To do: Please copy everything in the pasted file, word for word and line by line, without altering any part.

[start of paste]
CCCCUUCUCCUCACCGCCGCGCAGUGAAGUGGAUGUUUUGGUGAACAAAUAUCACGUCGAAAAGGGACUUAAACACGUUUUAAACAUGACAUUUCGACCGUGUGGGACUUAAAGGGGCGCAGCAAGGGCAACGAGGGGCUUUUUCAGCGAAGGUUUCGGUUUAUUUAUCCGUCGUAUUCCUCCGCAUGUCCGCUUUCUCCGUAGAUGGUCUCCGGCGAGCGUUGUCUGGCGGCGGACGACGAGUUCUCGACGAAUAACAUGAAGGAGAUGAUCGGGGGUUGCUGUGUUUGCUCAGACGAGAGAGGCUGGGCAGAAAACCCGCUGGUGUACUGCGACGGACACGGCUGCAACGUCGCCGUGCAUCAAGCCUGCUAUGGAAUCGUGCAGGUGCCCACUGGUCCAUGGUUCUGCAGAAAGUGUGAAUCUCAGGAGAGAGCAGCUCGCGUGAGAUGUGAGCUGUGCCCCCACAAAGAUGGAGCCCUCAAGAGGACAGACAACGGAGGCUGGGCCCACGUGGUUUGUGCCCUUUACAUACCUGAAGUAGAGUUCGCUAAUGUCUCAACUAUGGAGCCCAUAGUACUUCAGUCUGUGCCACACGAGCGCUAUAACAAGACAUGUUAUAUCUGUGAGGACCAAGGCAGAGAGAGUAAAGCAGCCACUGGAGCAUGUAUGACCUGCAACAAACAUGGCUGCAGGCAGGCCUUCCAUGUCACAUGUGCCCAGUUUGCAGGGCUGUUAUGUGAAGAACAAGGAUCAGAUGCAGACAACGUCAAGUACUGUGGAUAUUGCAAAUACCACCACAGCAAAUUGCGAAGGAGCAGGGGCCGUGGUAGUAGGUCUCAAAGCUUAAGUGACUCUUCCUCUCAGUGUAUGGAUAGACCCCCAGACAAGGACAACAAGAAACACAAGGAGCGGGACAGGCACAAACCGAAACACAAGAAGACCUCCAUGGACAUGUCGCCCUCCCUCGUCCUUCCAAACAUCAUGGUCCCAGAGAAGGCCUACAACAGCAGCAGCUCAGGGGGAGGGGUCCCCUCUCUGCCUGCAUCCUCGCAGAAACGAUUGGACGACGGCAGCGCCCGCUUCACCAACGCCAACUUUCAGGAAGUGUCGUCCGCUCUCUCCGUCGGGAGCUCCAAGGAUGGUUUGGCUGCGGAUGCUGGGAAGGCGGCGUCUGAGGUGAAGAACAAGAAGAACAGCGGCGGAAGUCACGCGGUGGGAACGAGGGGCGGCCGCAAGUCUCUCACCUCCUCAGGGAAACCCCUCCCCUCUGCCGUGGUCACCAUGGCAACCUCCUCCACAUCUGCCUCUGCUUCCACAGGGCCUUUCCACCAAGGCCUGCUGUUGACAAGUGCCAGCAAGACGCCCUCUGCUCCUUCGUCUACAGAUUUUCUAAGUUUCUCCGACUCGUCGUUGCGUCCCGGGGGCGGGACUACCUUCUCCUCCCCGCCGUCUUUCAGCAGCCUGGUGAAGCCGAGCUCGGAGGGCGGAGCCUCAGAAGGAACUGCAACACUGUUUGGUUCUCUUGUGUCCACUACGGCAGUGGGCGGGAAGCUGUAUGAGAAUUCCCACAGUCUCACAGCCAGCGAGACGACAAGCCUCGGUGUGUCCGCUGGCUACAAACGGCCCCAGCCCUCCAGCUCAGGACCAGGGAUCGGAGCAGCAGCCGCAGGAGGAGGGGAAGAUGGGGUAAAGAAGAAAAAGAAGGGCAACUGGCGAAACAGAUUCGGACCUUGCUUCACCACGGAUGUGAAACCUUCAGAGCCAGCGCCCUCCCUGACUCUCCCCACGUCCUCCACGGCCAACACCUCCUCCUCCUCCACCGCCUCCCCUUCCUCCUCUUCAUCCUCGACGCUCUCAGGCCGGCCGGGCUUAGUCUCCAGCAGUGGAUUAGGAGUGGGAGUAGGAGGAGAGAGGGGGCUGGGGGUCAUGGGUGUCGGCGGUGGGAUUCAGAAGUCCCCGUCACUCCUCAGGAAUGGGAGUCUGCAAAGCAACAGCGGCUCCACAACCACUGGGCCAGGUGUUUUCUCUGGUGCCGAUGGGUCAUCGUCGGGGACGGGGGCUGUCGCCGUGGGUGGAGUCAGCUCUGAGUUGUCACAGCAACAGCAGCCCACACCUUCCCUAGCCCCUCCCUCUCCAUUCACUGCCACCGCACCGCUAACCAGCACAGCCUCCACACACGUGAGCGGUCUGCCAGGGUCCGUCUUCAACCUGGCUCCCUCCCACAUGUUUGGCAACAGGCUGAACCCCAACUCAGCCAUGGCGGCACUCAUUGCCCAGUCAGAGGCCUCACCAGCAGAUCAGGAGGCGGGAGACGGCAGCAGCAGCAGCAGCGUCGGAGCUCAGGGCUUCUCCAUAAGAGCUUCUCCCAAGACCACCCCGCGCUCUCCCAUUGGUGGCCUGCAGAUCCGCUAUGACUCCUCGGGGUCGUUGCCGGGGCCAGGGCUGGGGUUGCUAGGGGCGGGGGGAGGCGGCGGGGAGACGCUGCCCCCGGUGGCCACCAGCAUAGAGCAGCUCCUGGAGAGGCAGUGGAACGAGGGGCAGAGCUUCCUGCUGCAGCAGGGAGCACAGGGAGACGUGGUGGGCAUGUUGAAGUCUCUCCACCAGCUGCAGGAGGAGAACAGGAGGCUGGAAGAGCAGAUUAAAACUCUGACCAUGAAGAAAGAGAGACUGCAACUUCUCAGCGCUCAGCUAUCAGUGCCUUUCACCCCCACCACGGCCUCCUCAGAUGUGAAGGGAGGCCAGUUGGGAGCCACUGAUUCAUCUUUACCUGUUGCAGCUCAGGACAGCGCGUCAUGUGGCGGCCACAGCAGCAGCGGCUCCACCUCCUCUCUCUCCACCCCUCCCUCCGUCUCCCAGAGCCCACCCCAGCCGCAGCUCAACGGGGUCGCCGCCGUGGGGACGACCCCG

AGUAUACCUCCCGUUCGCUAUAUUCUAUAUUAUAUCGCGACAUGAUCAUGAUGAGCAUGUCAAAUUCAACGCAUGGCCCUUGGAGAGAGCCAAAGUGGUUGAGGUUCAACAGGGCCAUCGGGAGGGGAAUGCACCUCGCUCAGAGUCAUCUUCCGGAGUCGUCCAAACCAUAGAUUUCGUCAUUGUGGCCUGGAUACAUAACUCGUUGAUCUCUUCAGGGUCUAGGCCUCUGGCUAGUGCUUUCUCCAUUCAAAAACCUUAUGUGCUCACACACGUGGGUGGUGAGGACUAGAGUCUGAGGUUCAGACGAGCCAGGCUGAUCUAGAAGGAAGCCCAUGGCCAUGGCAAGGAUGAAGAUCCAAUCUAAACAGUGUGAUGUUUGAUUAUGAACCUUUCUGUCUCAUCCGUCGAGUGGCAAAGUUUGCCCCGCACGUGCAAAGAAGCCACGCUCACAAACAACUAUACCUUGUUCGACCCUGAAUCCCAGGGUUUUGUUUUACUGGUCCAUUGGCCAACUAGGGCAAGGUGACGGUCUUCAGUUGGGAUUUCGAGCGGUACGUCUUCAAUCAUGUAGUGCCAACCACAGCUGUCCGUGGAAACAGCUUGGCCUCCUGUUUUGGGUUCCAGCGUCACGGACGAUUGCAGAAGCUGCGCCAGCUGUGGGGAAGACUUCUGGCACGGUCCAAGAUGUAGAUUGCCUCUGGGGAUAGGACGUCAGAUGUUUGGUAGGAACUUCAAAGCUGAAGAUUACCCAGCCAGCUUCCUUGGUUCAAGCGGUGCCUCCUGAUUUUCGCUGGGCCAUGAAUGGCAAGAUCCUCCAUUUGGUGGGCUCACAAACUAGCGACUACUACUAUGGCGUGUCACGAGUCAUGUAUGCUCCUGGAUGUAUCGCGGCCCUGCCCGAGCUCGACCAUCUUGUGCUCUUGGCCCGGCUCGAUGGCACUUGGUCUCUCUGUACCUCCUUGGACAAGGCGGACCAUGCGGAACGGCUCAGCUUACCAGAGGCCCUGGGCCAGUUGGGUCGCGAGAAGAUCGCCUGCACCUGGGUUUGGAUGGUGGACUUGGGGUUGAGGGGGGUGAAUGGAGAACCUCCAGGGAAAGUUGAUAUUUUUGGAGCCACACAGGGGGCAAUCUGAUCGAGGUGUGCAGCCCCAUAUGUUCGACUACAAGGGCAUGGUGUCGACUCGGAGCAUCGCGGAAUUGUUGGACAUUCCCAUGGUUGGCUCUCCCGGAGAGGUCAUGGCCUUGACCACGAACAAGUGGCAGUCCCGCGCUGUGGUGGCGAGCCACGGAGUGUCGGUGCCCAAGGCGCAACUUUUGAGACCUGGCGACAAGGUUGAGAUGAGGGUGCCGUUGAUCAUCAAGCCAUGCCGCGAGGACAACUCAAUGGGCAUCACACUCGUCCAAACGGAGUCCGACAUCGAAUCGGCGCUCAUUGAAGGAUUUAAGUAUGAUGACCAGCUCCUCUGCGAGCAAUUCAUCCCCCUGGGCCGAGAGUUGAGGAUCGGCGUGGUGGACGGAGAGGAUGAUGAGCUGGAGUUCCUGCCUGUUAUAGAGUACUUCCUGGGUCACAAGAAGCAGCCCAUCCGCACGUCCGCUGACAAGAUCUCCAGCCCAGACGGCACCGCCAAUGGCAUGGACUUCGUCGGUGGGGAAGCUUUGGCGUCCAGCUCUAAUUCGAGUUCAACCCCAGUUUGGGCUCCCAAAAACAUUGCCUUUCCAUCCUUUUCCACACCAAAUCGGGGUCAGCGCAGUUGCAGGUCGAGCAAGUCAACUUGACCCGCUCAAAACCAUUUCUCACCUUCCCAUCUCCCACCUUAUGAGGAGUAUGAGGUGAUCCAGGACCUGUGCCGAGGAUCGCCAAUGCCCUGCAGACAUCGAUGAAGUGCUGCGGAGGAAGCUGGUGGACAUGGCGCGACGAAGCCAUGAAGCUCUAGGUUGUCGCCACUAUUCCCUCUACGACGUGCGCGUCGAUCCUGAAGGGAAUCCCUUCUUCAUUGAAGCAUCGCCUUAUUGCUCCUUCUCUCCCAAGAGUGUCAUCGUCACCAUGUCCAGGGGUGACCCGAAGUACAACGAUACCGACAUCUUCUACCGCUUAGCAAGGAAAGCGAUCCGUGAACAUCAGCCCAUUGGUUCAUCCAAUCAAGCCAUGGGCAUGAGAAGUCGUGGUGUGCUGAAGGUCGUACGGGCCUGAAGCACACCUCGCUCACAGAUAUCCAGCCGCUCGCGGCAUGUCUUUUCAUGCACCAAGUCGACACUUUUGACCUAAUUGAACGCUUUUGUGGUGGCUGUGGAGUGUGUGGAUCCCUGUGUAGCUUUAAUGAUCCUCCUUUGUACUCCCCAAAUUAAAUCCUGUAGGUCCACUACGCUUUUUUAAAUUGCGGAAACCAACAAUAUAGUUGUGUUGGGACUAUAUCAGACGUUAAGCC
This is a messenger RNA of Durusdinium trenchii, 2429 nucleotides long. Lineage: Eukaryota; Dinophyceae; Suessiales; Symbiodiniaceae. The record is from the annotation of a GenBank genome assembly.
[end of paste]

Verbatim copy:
CCCCUUCUCCUCACCGCCGCGCAGUGAAGUGGAUGUUUUGGUGAACAAAUAUCACGUCGAAAAGGGACUUAAACACGUUUUAAACAUGACAUUUCGACCGUGUGGGACUUAAAGGGGCGCAGCAAGGGCAACGAGGGGCUUUUUCAGCGAAGGUUUCGGUUUAUUUAUCCGUCGUAUUCCUCCGCAUGUCCGCUUUCUCCGUAGAUGGUCUCCGGCGAGCGUUGUCUGGCGGCGGACGACGAGUUCUCGACGAAUAACAUGAAGGAGAUGAUCGGGGGUUGCUGUGUUUGCUCAGACGAGAGAGGCUGGGCAGAAAACCCGCUGGUGUACUGCGACGGACACGGCUGCAACGUCGCCGUGCAUCAAGCCUGCUAUGGAAUCGUGCAGGUGCCCACUGGUCCAUGGUUCUGCAGAAAGUGUGAAUCUCAGGAGAGAGCAGCUCGCGUGAGAUGUGAGCUGUGCCCCCACAAAGAUGGAGCCCUCAAGAGGACAGACAACGGAGGCUGGGCCCACGUGGUUUGUGCCCUUUACAUACCUGAAGUAGAGUUCGCUAAUGUCUCAACUAUGGAGCCCAUAGUACUUCAGUCUGUGCCACACGAGCGCUAUAACAAGACAUGUUAUAUCUGUGAGGACCAAGGCAGAGAGAGUAAAGCAGCCACUGGAGCAUGUAUGACCUGCAACAAACAUGGCUGCAGGCAGGCCUUCCAUGUCACAUGUGCCCAGUUUGCAGGGCUGUUAUGUGAAGAACAAGGAUCAGAUGCAGACAACGUCAAGUACUGUGGAUAUUGCAAAUACCACCACAGCAAAUUGCGAAGGAGCAGGGGCCGUGGUAGUAGGUCUCAAAGCUUAAGUGACUCUUCCUCUCAGUGUAUGGAUAGACCCCCAGACAAGGACAACAAGAAACACAAGGAGCGGGACAGGCACAAACCGAAACACAAGAAGACCUCCAUGGACAUGUCGCCCUCCCUCGUCCUUCCAAACAUCAUGGUCCCAGAGAAGGCCUACAACAGCAGCAGCUCAGGGGGAGGGGUCCCCUCUCUGCCUGCAUCCUCGCAGAAACGAUUGGACGACGGCAGCGCCCGCUUCACCAACGCCAACUUUCAGGAAGUGUCGUCCGCUCUCUCCGUCGGGAGCUCCAAGGAUGGUUUGGCUGCGGAUGCUGGGAAGGCGGCGUCUGAGGUGAAGAACAAGAAGAACAGCGGCGGAAGUCACGCGGUGGGAACGAGGGGCGGCCGCAAGUCUCUCACCUCCUCAGGGAAACCCCUCCCCUCUGCCGUGGUCACCAUGGCAACCUCCUCCACAUCUGCCUCUGCUUCCACAGGGCCUUUCCACCAAGGCCUGCUGUUGACAAGUGCCAGCAAGACGCCCUCUGCUCCUUCGUCUACAGAUUUUCUAAGUUUCUCCGACUCGUCGUUGCGUCCCGGGGGCGGGACUACCUUCUCCUCCCCGCCGUCUUUCAGCAGCCUGGUGAAGCCGAGCUCGGAGGGCGGAGCCUCAGAAGGAACUGCAACACUGUUUGGUUCUCUUGUGUCCACUACGGCAGUGGGCGGGAAGCUGUAUGAGAAUUCCCACAGUCUCACAGCCAGCGAGACGACAAGCCUCGGUGUGUCCGCUGGCUACAAACGGCCCCAGCCCUCCAGCUCAGGACCAGGGAUCGGAGCAGCAGCCGCAGGAGGAGGGGAAGAUGGGGUAAAGAAGAAAAAGAAGGGCAACUGGCGAAACAGAUUCGGACCUUGCUUCACCACGGAUGUGAAACCUUCAGAGCCAGCGCCCUCCCUGACUCUCCCCACGUCCUCCACGGCCAACACCUCCUCCUCCUCCACCGCCUCCCCUUCCUCCUCUUCAUCCUCGACGCUCUCAGGCCGGCCGGGCUUAGUCUCCAGCAGUGGAUUAGGAGUGGGAGUAGGAGGAGAGAGGGGGCUGGGGGUCAUGGGUGUCGGCGGUGGGAUUCAGAAGUCCCCGUCACUCCUCAGGAAUGGGAGUCUGCAAAGCAACAGCGGCUCCACAACCACUGGGCCAGGUGUUUUCUCUGGUGCCGAUGGGUCAUCGUCGGGGACGGGGGCUGUCGCCGUGGGUGGAGUCAGCUCUGAGUUGUCACAGCAACAGCAGCCCACACCUUCCCUAGCCCCUCCCUCUCCAUUCACUGCCACCGCACCGCUAACCAGCACAGCCUCCACACACGUGAGCGGUCUGCCAGGGUCCGUCUUCAACCUGGCUCCCUCCCACAUGUUUGGCAACAGGCUGAACCCCAACUCAGCCAUGGCGGCACUCAUUGCCCAGUCAGAGGCCUCACCAGCAGAUCAGGAGGCGGGAGACGGCAGCAGCAGCAGCAGCGUCGGAGCUCAGGGCUUCUCCAUAAGAGCUUCUCCCAAGACCACCCCGCGCUCUCCCAUUGGUGGCCUGCAGAUCCGCUAUGACUCCUCGGGGUCGUUGCCGGGGCCAGGGCUGGGGUUGCUAGGGGCGGGGGGAGGCGGCGGGGAGACGCUGCCCCCGGUGGCCACCAGCAUAGAGCAGCUCCUGGAGAGGCAGUGGAACGAGGGGCAGAGCUUCCUGCUGCAGCAGGGAGCACAGGGAGACGUGGUGGGCAUGUUGAAGUCUCUCCACCAGCUGCAGGAGGAGAACAGGAGGCUGGAAGAGCAGAUUAAAACUCUGACCAUGAAGAAAGAGAGACUGCAACUUCUCAGCGCUCAGCUAUCAGUGCCUUUCACCCCCACCACGGCCUCCUCAGAUGUGAAGGGAGGCCAGUUGGGAGCCACUGAUUCAUCUUUACCUGUUGCAGCUCAGGACAGCGCGUCAUGUGGCGGCCACAGCAGCAGCGGCUCCACCUCCUCUCUCUCCACCCCUCCCUCCGUCUCCCAGAGCCCACCCCAGCCGCAGCUCAACGGGGUCGCCGCCGUGGGGACGACCCCG

AGUAUACCUCCCGUUCGCUAUAUUCUAUAUUAUAUCGCGACAUGAUCAUGAUGAGCAUGUCAAAUUCAACGCAUGGCCCUUGGAGAGAGCCAAAGUGGUUGAGGUUCAACAGGGCCAUCGGGAGGGGAAUGCACCUCGCUCAGAGUCAUCUUCCGGAGUCGUCCAAACCAUAGAUUUCGUCAUUGUGGCCUGGAUACAUAACUCGUUGAUCUCUUCAGGGUCUAGGCCUCUGGCUAGUGCUUUCUCCAUUCAAAAACCUUAUGUGCUCACACACGUGGGUGGUGAGGACUAGAGUCUGAGGUUCAGACGAGCCAGGCUGAUCUAGAAGGAAGCCCAUGGCCAUGGCAAGGAUGAAGAUCCAAUCUAAACAGUGUGAUGUUUGAUUAUGAACCUUUCUGUCUCAUCCGUCGAGUGGCAAAGUUUGCCCCGCACGUGCAAAGAAGCCACGCUCACAAACAACUAUACCUUGUUCGACCCUGAAUCCCAGGGUUUUGUUUUACUGGUCCAUUGGCCAACUAGGGCAAGGUGACGGUCUUCAGUUGGGAUUUCGAGCGGUACGUCUUCAAUCAUGUAGUGCCAACCACAGCUGUCCGUGGAAACAGCUUGGCCUCCUGUUUUGGGUUCCAGCGUCACGGACGAUUGCAGAAGCUGCGCCAGCUGUGGGGAAGACUUCUGGCACGGUCCAAGAUGUAGAUUGCCUCUGGGGAUAGGACGUCAGAUGUUUGGUAGGAACUUCAAAGCUGAAGAUUACCCAGCCAGCUUCCUUGGUUCAAGCGGUGCCUCCUGAUUUUCGCUGGGCCAUGAAUGGCAAGAUCCUCCAUUUGGUGGGCUCACAAACUAGCGACUACUACUAUGGCGUGUCACGAGUCAUGUAUGCUCCUGGAUGUAUCGCGGCCCUGCCCGAGCUCGACCAUCUUGUGCUCUUGGCCCGGCUCGAUGGCACUUGGUCUCUCUGUACCUCCUUGGACAAGGCGGACCAUGCGGAACGGCUCAGCUUACCAGAGGCCCUGGGCCAGUUGGGUCGCGAGAAGAUCGCCUGCACCUGGGUUUGGAUGGUGGACUUGGGGUUGAGGGGGGUGAAUGGAGAACCUCCAGGGAAAGUUGAUAUUUUUGGAGCCACACAGGGGGCAAUCUGAUCGAGGUGUGCAGCCCCAUAUGUUCGACUACAAGGGCAUGGUGUCGACUCGGAGCAUCGCGGAAUUGUUGGACAUUCCCAUGGUUGGCUCUCCCGGAGAGGUCAUGGCCUUGACCACGAACAAGUGGCAGUCCCGCGCUGUGGUGGCGAGCCACGGAGUGUCGGUGCCCAAGGCGCAACUUUUGAGACCUGGCGACAAGGUUGAGAUGAGGGUGCCGUUGAUCAUCAAGCCAUGCCGCGAGGACAACUCAAUGGGCAUCACACUCGUCCAAACGGAGUCCGACAUCGAAUCGGCGCUCAUUGAAGGAUUUAAGUAUGAUGACCAGCUCCUCUGCGAGCAAUUCAUCCCCCUGGGCCGAGAGUUGAGGAUCGGCGUGGUGGACGGAGAGGAUGAUGAGCUGGAGUUCCUGCCUGUUAUAGAGUACUUCCUGGGUCACAAGAAGCAGCCCAUCCGCACGUCCGCUGACAAGAUCUCCAGCCCAGACGGCACCGCCAAUGGCAUGGACUUCGUCGGUGGGGAAGCUUUGGCGUCCAGCUCUAAUUCGAGUUCAACCCCAGUUUGGGCUCCCAAAAACAUUGCCUUUCCAUCCUUUUCCACACCAAAUCGGGGUCAGCGCAGUUGCAGGUCGAGCAAGUCAACUUGACCCGCUCAAAACCAUUUCUCACCUUCCCAUCUCCCACCUUAUGAGGAGUAUGAGGUGAUCCAGGACCUGUGCCGAGGAUCGCCAAUGCCCUGCAGACAUCGAUGAAGUGCUGCGGAGGAAGCUGGUGGACAUGGCGCGACGAAGCCAUGAAGCUCUAGGUUGUCGCCACUAUUCCCUCUACGACGUGCGCGUCGAUCCUGAAGGGAAUCCCUUCUUCAUUGAAGCAUCGCCUUAUUGCUCCUUCUCUCCCAAGAGUGUCAUCGUCACCAUGUCCAGGGGUGACCCGAAGUACAACGAUACCGACAUCUUCUACCGCUUAGCAAGGAAAGCGAUCCGUGAACAUCAGCCCAUUGGUUCAUCCAAUCAAGCCAUGGGCAUGAGAAGUCGUGGUGUGCUGAAGGUCGUACGGGCCUGAAGCACACCUCGCUCACAGAUAUCCAGCCGCUCGCGGCAUGUCUUUUCAUGCACCAAGUCGACACUUUUGACCUAAUUGAACGCUUUUGUGGUGGCUGUGGAGUGUGUGGAUCCCUGUGUAGCUUUAAUGAUCCUCCUUUGUACUCCCCAAAUUAAAUCCUGUAGGUCCACUACGCUUUUUUAAAUUGCGGAAACCAACAAUAUAGUUGUGUUGGGACUAUAUCAGACGUUAAGCC
This is a messenger RNA of Durusdinium trenchii, 2429 nucleotides long. Lineage: Eukaryota; Dinophyceae; Suessiales; Symbiodiniaceae. The record is from the annotation of a GenBank genome assembly.